What’s the Big Deal With Selecting a Method of Accounting?
We all know the rules. With a company’s first tax return, you select a method of accounting. Most professional tax programs default to the cash method of accounting, so it is the method that is usually selected by most tax professionals. However, I want you to think about this election the next time you just mark off cash and continue on. First, let’s discuss the various accounting methods that we can use for taxation.
This is the most commonly selected accounting method by most small businesses. Under the cash method, you recognize income when it is paid, and expenses (less those put on a credit card) when they are paid as well.
For instance, let’s say that you have a company in its first year, and they present you with accrual-based financial statements. Why are their books on the accrual method of accounting? Because a business owner needs to know how much money they are owed and how much they owe other people. However, according to the financial statements, in the first year, the business has $75,000 in accounts receivable and no accounts payable. Their net taxable income under the accrual method statements is $25,000. When you convert the statements to the cash method of accounting, the net income would be ($50,000) — which seems appealing. However, you have to think about tomorrow.
Determining a company’s method of accounting on their first tax return seems very simple, but the fact of the matter is that it will stick with the company, unless you ask for permission to change it.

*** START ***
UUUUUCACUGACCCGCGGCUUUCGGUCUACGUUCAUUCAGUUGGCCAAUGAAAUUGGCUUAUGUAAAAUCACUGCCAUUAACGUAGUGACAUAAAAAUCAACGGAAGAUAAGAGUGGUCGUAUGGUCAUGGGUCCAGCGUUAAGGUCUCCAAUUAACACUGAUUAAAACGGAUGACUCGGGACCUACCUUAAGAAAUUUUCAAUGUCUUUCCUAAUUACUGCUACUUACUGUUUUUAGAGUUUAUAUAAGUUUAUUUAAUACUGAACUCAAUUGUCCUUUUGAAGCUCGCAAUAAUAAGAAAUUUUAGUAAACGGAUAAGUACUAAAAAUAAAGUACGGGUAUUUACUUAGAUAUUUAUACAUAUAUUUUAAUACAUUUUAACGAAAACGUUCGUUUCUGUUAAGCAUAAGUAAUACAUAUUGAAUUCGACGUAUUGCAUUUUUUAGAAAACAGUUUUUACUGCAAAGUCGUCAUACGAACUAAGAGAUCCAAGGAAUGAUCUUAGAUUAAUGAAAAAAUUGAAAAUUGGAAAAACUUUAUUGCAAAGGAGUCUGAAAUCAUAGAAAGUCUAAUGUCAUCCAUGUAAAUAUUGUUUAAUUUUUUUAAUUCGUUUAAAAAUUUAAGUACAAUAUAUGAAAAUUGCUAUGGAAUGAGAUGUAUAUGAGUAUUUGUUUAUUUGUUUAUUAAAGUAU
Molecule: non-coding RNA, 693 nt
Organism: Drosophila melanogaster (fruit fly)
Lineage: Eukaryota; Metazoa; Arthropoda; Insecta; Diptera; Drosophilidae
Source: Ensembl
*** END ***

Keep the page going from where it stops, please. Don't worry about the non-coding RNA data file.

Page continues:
Let’s discuss the different methods of accounting:
Under the accrual method of accounting, you recognize income and expense as they incur. The accrual method of accounting is closely related to Generally Accepted Accounting Principles (GAAP), but not exactly.
In the tax realm, accounts receivable are considered income, and accounts payable are considered expenses. However, you can match income with expenses. For example, if you invoiced a customer for a job on December 24, and didn’t receive the income until January 4 of the following year, you have to claim the income in the year the income was incurred, which was the previous year. However, you can match the expenses associated with that income in the year the income was incurred, even if not paid until the following year.
Now if you are a CPA, you have different rules for income and expense matching under the new Income Tax Method of Accounting financial statements that you produce.
Further, for income tax purposes only, you can accrue expenses that you are contractually obligated to pay for the next three months, such as rents, wages, and other expenses.
The accrual accounting method is more useful than the cash accounting method when a person or company is trying to understand the performance of a business over a specified time period. Under the accrual accounting method, all revenue and expenses are matched together. All revenues are recorded in the period when goods and services are performed, and all expenses are recorded in the period when goods and services are purchased. This method provides a good snapshot of a company's performance over the determined timeframe.
The hybrid method of accounting is a combination of the cash and accrual methods. The IRS says you can generally use any combination of cash, accrual, and special methods of accounting if the combination clearly reflects your income and you use it consistently.
With the Hybrid Method there are restrictions that apply: